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Food Plants of the World
To order this book visit our Online Bookshop or contact us directly at books@briza.co.za
Review By: GASTRONOMICA FALL 2006

Food Plants of the World is a timely, easily used guide to over 350 plant foods. The book is a beautifully illustrated, scientifically correct reference for the botanically curious, the gourmet chef, and who wish to enrich their culinary experiences with such foods as the Barbados cherry (in the Malpighiaceae family), the mammee apple (Clusiaceae), or the leaves from the stinging nettle (Urticaceae).

The book begins with a general overview of plant foods with brief but informative sections on regions where they originated (e.g., Central Asia, Africa, or South America) and summaries of plants grouped by type (from cereals, pulses, and fruits to herbs, vegetables, and beverage plants). But the main part of the book is devoted to individual entries on 354 food plants. Each plant is allotted a single page with a format and presentation that is visually inviting, easy to follow, and packed with information. Indeed, those who pick up the book will inevitably end up reading sections that catch their eye - like cloudberry (Rubus chamaemorus, a relative of raspberries), with its bright red fruit, or turmeric (Curcuma longa), with its striking yellow and white flowers and gnarly ginger-like rhizomes, which are ground to make turmeric powder. Each page gives the Latin name in the title and common names as subtitles and has illustrations on the top half with text at the bottom. Using a footnote-like format, the entries end with the full Latin name, the plant family, and names of the plant in different countries.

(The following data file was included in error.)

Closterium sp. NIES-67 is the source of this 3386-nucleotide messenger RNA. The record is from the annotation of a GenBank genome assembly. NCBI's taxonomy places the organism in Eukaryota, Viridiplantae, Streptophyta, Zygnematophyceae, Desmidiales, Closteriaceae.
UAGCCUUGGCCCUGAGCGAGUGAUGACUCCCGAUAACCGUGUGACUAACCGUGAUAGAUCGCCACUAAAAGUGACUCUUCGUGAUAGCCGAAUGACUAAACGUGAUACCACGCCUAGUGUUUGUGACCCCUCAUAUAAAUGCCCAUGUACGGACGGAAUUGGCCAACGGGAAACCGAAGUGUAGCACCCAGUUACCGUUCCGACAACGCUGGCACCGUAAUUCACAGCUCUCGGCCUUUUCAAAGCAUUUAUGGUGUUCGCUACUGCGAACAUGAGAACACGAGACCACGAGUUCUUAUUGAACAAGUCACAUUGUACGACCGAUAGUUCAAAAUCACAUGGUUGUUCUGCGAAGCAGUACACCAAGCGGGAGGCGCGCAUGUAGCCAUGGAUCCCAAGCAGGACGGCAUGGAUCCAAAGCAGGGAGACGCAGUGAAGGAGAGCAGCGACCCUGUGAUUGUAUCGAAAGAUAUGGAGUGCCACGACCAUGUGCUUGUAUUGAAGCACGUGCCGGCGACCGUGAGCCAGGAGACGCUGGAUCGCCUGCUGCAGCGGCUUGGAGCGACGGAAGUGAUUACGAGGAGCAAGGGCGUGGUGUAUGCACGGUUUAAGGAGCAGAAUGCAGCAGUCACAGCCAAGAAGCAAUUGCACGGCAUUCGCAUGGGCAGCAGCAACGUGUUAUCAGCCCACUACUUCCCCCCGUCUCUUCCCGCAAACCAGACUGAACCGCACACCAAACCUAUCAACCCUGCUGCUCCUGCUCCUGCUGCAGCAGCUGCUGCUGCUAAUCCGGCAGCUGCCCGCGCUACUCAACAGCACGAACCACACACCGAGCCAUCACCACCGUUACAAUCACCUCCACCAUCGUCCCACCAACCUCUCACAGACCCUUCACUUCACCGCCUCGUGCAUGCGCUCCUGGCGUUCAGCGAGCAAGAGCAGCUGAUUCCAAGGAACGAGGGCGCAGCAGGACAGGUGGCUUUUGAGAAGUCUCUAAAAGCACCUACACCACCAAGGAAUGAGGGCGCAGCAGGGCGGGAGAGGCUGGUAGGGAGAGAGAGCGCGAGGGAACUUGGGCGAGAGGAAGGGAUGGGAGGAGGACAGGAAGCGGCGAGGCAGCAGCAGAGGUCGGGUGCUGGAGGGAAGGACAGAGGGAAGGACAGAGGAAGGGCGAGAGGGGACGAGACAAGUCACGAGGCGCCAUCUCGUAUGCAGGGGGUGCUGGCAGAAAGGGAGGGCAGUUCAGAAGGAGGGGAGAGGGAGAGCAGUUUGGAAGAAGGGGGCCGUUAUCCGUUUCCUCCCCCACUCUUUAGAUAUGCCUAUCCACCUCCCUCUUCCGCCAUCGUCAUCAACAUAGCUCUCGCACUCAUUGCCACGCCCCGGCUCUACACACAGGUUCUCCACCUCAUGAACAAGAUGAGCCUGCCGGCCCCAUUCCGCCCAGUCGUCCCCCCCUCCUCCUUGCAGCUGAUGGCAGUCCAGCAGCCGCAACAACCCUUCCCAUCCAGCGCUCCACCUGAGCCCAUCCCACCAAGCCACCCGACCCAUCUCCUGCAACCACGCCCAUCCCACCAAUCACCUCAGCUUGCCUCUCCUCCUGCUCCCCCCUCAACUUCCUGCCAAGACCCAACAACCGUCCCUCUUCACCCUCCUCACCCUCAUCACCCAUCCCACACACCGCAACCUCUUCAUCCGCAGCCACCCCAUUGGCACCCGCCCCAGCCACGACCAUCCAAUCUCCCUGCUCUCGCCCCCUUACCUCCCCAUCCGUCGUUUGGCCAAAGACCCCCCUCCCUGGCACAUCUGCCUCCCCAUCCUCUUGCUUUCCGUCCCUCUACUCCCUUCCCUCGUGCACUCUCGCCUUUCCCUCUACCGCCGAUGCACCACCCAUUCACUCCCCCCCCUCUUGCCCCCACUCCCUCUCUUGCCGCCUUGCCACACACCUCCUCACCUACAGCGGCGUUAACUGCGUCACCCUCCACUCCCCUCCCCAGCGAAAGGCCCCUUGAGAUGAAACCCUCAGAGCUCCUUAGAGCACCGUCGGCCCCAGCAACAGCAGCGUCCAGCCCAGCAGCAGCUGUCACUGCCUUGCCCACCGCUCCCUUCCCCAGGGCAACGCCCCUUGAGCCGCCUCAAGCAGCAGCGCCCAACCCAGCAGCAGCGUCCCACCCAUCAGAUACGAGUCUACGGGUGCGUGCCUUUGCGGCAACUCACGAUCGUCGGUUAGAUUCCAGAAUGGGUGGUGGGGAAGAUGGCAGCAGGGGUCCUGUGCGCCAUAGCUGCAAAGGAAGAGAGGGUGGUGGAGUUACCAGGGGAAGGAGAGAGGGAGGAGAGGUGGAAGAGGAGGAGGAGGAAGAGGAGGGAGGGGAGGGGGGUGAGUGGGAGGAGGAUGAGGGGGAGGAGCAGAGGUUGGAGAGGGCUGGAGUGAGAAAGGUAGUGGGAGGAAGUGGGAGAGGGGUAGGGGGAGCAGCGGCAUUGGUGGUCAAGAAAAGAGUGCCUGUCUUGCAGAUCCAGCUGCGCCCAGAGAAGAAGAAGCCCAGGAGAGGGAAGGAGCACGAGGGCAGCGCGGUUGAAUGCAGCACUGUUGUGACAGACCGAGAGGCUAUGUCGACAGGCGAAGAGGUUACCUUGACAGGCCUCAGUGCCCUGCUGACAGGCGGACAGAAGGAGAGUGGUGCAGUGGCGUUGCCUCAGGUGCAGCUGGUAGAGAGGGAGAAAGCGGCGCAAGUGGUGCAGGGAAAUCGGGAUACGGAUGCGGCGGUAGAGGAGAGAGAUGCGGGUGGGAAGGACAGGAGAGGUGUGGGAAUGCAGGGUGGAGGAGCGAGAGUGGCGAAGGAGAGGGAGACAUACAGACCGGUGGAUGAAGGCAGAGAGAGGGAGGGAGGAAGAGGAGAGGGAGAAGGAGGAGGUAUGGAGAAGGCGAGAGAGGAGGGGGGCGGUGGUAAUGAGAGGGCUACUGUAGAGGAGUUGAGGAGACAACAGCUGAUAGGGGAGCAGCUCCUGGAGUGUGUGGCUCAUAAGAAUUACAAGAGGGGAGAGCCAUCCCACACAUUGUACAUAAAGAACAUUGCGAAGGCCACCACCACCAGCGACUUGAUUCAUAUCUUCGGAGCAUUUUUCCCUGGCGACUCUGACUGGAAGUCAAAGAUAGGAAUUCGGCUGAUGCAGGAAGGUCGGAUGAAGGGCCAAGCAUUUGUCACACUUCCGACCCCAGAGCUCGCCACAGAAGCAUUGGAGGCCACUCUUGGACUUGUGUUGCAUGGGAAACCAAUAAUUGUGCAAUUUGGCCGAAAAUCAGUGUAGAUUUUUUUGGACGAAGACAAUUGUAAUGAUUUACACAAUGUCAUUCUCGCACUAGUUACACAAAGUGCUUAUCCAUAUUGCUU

The illustrations are colorful and clear and appropriately illustrated the features of each plant. Furthermore, the images are well chosen to invite further investigation by the reader. Typically, there are three images - often one of the plant, another a close-up of the flower, fruit, or stem, and the third of the edible portion of the plant. For guava (Psidium guajava ) the pictures show a branch with four spectacular white flowers with their spiky whorls of white stamens, a branch with guava fruits, and finally a picture of eleven ripe yellow fruits - one cut longitudinally and another in cross-section to expose the peach pink flesh and show the arrangement of seeds. For wasabi (Wasabia japonica) the pictures include the plant, the flower, the stem, and a composite picture of wasabi products, including the pale green wasabi powder made from the stems and roots.

The text is equally informative, with a brief description of the plant, its origin and history, and how it is cultivated and harvested, followed by its uses, nutritional value, and interesting notes. The author does an excellent job of getting the most important anecdotes into each description. For example, he reports on the overpowering, unpleasant odors of both durian fruits (Durio zibethinus), so odiferous it is banned from hotels and airports, and ginkgo seeds (Ginkgo biloba) yet notes that the flesh of durian is considered exquisite by many (despite its odor) and that the seeds of ginkgo can be cleaned of their offending smelly coat, eventually yielding the tasty inner seed.